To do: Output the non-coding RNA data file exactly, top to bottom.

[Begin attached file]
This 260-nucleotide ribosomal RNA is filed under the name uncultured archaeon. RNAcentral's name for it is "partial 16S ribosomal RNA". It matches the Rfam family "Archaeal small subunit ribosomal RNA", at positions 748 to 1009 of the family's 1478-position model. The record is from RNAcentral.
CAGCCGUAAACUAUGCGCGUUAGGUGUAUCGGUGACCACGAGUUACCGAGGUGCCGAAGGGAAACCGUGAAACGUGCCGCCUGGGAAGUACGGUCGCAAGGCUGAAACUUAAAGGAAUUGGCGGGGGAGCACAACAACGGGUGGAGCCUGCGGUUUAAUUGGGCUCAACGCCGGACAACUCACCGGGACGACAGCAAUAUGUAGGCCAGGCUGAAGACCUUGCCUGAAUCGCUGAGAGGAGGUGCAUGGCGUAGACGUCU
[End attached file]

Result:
This 260-nucleotide ribosomal RNA is filed under the name uncultured archaeon. RNAcentral's name for it is "partial 16S ribosomal RNA". It matches the Rfam family "Archaeal small subunit ribosomal RNA", at positions 748 to 1009 of the family's 1478-position model. The record is from RNAcentral.
CAGCCGUAAACUAUGCGCGUUAGGUGUAUCGGUGACCACGAGUUACCGAGGUGCCGAAGGGAAACCGUGAAACGUGCCGCCUGGGAAGUACGGUCGCAAGGCUGAAACUUAAAGGAAUUGGCGGGGGAGCACAACAACGGGUGGAGCCUGCGGUUUAAUUGGGCUCAACGCCGGACAACUCACCGGGACGACAGCAAUAUGUAGGCCAGGCUGAAGACCUUGCCUGAAUCGCUGAGAGGAGGUGCAUGGCGUAGACGUCU